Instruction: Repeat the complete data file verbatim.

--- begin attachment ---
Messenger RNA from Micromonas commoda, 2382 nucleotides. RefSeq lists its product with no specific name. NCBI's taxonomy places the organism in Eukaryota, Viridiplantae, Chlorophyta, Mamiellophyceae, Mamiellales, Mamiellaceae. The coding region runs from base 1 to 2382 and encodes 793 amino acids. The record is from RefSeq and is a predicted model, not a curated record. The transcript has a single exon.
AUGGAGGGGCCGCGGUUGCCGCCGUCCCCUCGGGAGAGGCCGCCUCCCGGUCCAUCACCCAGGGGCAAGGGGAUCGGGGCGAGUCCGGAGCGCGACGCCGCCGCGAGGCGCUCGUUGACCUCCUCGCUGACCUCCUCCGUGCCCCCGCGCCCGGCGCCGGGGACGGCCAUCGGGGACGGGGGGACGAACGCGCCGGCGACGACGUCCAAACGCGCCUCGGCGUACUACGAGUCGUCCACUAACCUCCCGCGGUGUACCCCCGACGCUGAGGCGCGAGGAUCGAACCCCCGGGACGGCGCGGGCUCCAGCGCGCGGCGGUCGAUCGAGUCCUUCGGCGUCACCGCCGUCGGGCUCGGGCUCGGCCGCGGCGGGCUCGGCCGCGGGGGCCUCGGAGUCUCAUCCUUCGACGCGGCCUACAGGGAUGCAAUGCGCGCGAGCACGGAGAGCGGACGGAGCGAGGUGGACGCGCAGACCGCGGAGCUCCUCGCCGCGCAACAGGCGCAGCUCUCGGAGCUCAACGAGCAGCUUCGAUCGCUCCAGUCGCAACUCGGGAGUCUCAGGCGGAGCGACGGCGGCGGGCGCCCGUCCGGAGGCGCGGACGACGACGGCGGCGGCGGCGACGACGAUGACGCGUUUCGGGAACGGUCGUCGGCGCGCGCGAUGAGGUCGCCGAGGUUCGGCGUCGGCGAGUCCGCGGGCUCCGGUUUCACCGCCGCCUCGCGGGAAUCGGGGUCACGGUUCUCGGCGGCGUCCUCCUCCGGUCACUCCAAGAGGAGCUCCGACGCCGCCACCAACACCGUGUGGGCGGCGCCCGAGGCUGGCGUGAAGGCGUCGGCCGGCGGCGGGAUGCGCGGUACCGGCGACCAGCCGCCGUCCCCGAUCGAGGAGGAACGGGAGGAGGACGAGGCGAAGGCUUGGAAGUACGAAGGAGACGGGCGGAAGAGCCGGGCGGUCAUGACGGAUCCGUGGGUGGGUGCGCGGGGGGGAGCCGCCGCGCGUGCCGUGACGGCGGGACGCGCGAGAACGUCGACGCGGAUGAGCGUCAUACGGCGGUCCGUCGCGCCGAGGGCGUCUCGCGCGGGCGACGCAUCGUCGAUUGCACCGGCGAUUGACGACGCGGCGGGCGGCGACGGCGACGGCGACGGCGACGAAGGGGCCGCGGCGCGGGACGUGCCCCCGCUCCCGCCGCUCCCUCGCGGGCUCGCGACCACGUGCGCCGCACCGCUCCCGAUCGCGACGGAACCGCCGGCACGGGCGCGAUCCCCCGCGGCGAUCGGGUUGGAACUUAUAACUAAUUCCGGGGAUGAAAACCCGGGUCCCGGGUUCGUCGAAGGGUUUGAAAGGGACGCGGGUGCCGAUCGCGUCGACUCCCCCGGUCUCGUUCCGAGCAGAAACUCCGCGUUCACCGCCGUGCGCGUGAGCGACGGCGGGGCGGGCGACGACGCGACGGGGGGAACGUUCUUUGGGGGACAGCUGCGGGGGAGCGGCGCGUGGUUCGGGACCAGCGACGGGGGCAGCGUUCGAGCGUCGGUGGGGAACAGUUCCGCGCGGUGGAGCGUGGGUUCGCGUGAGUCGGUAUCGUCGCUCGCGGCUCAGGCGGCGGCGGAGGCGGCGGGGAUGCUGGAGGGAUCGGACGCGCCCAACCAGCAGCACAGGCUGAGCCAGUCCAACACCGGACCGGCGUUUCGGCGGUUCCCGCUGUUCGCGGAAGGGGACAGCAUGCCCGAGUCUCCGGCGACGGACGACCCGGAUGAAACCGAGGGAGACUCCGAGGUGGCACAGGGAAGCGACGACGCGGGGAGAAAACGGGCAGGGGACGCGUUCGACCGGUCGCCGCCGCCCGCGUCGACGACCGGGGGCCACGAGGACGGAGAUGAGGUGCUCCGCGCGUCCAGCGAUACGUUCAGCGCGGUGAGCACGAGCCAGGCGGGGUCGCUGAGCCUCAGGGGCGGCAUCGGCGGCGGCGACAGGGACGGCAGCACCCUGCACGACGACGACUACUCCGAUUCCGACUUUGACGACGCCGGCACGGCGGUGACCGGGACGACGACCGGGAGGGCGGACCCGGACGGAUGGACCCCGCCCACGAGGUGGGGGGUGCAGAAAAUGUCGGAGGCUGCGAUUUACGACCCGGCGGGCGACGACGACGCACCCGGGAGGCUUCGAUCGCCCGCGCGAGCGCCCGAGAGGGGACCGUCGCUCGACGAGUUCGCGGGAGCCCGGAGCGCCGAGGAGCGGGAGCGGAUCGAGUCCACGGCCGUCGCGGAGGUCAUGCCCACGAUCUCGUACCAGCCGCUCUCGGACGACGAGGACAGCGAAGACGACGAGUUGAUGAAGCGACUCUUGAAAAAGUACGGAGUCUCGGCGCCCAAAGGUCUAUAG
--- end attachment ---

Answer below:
Messenger RNA from Micromonas commoda, 2382 nucleotides. RefSeq lists its product with no specific name. NCBI's taxonomy places the organism in Eukaryota, Viridiplantae, Chlorophyta, Mamiellophyceae, Mamiellales, Mamiellaceae. The coding region runs from base 1 to 2382 and encodes 793 amino acids. The record is from RefSeq and is a predicted model, not a curated record. The transcript has a single exon.
AUGGAGGGGCCGCGGUUGCCGCCGUCCCCUCGGGAGAGGCCGCCUCCCGGUCCAUCACCCAGGGGCAAGGGGAUCGGGGCGAGUCCGGAGCGCGACGCCGCCGCGAGGCGCUCGUUGACCUCCUCGCUGACCUCCUCCGUGCCCCCGCGCCCGGCGCCGGGGACGGCCAUCGGGGACGGGGGGACGAACGCGCCGGCGACGACGUCCAAACGCGCCUCGGCGUACUACGAGUCGUCCACUAACCUCCCGCGGUGUACCCCCGACGCUGAGGCGCGAGGAUCGAACCCCCGGGACGGCGCGGGCUCCAGCGCGCGGCGGUCGAUCGAGUCCUUCGGCGUCACCGCCGUCGGGCUCGGGCUCGGCCGCGGCGGGCUCGGCCGCGGGGGCCUCGGAGUCUCAUCCUUCGACGCGGCCUACAGGGAUGCAAUGCGCGCGAGCACGGAGAGCGGACGGAGCGAGGUGGACGCGCAGACCGCGGAGCUCCUCGCCGCGCAACAGGCGCAGCUCUCGGAGCUCAACGAGCAGCUUCGAUCGCUCCAGUCGCAACUCGGGAGUCUCAGGCGGAGCGACGGCGGCGGGCGCCCGUCCGGAGGCGCGGACGACGACGGCGGCGGCGGCGACGACGAUGACGCGUUUCGGGAACGGUCGUCGGCGCGCGCGAUGAGGUCGCCGAGGUUCGGCGUCGGCGAGUCCGCGGGCUCCGGUUUCACCGCCGCCUCGCGGGAAUCGGGGUCACGGUUCUCGGCGGCGUCCUCCUCCGGUCACUCCAAGAGGAGCUCCGACGCCGCCACCAACACCGUGUGGGCGGCGCCCGAGGCUGGCGUGAAGGCGUCGGCCGGCGGCGGGAUGCGCGGUACCGGCGACCAGCCGCCGUCCCCGAUCGAGGAGGAACGGGAGGAGGACGAGGCGAAGGCUUGGAAGUACGAAGGAGACGGGCGGAAGAGCCGGGCGGUCAUGACGGAUCCGUGGGUGGGUGCGCGGGGGGGAGCCGCCGCGCGUGCCGUGACGGCGGGACGCGCGAGAACGUCGACGCGGAUGAGCGUCAUACGGCGGUCCGUCGCGCCGAGGGCGUCUCGCGCGGGCGACGCAUCGUCGAUUGCACCGGCGAUUGACGACGCGGCGGGCGGCGACGGCGACGGCGACGGCGACGAAGGGGCCGCGGCGCGGGACGUGCCCCCGCUCCCGCCGCUCCCUCGCGGGCUCGCGACCACGUGCGCCGCACCGCUCCCGAUCGCGACGGAACCGCCGGCACGGGCGCGAUCCCCCGCGGCGAUCGGGUUGGAACUUAUAACUAAUUCCGGGGAUGAAAACCCGGGUCCCGGGUUCGUCGAAGGGUUUGAAAGGGACGCGGGUGCCGAUCGCGUCGACUCCCCCGGUCUCGUUCCGAGCAGAAACUCCGCGUUCACCGCCGUGCGCGUGAGCGACGGCGGGGCGGGCGACGACGCGACGGGGGGAACGUUCUUUGGGGGACAGCUGCGGGGGAGCGGCGCGUGGUUCGGGACCAGCGACGGGGGCAGCGUUCGAGCGUCGGUGGGGAACAGUUCCGCGCGGUGGAGCGUGGGUUCGCGUGAGUCGGUAUCGUCGCUCGCGGCUCAGGCGGCGGCGGAGGCGGCGGGGAUGCUGGAGGGAUCGGACGCGCCCAACCAGCAGCACAGGCUGAGCCAGUCCAACACCGGACCGGCGUUUCGGCGGUUCCCGCUGUUCGCGGAAGGGGACAGCAUGCCCGAGUCUCCGGCGACGGACGACCCGGAUGAAACCGAGGGAGACUCCGAGGUGGCACAGGGAAGCGACGACGCGGGGAGAAAACGGGCAGGGGACGCGUUCGACCGGUCGCCGCCGCCCGCGUCGACGACCGGGGGCCACGAGGACGGAGAUGAGGUGCUCCGCGCGUCCAGCGAUACGUUCAGCGCGGUGAGCACGAGCCAGGCGGGGUCGCUGAGCCUCAGGGGCGGCAUCGGCGGCGGCGACAGGGACGGCAGCACCCUGCACGACGACGACUACUCCGAUUCCGACUUUGACGACGCCGGCACGGCGGUGACCGGGACGACGACCGGGAGGGCGGACCCGGACGGAUGGACCCCGCCCACGAGGUGGGGGGUGCAGAAAAUGUCGGAGGCUGCGAUUUACGACCCGGCGGGCGACGACGACGCACCCGGGAGGCUUCGAUCGCCCGCGCGAGCGCCCGAGAGGGGACCGUCGCUCGACGAGUUCGCGGGAGCCCGGAGCGCCGAGGAGCGGGAGCGGAUCGAGUCCACGGCCGUCGCGGAGGUCAUGCCCACGAUCUCGUACCAGCCGCUCUCGGACGACGAGGACAGCGAAGACGACGAGUUGAUGAAGCGACUCUUGAAAAAGUACGGAGUCUCGGCGCCCAAAGGUCUAUAG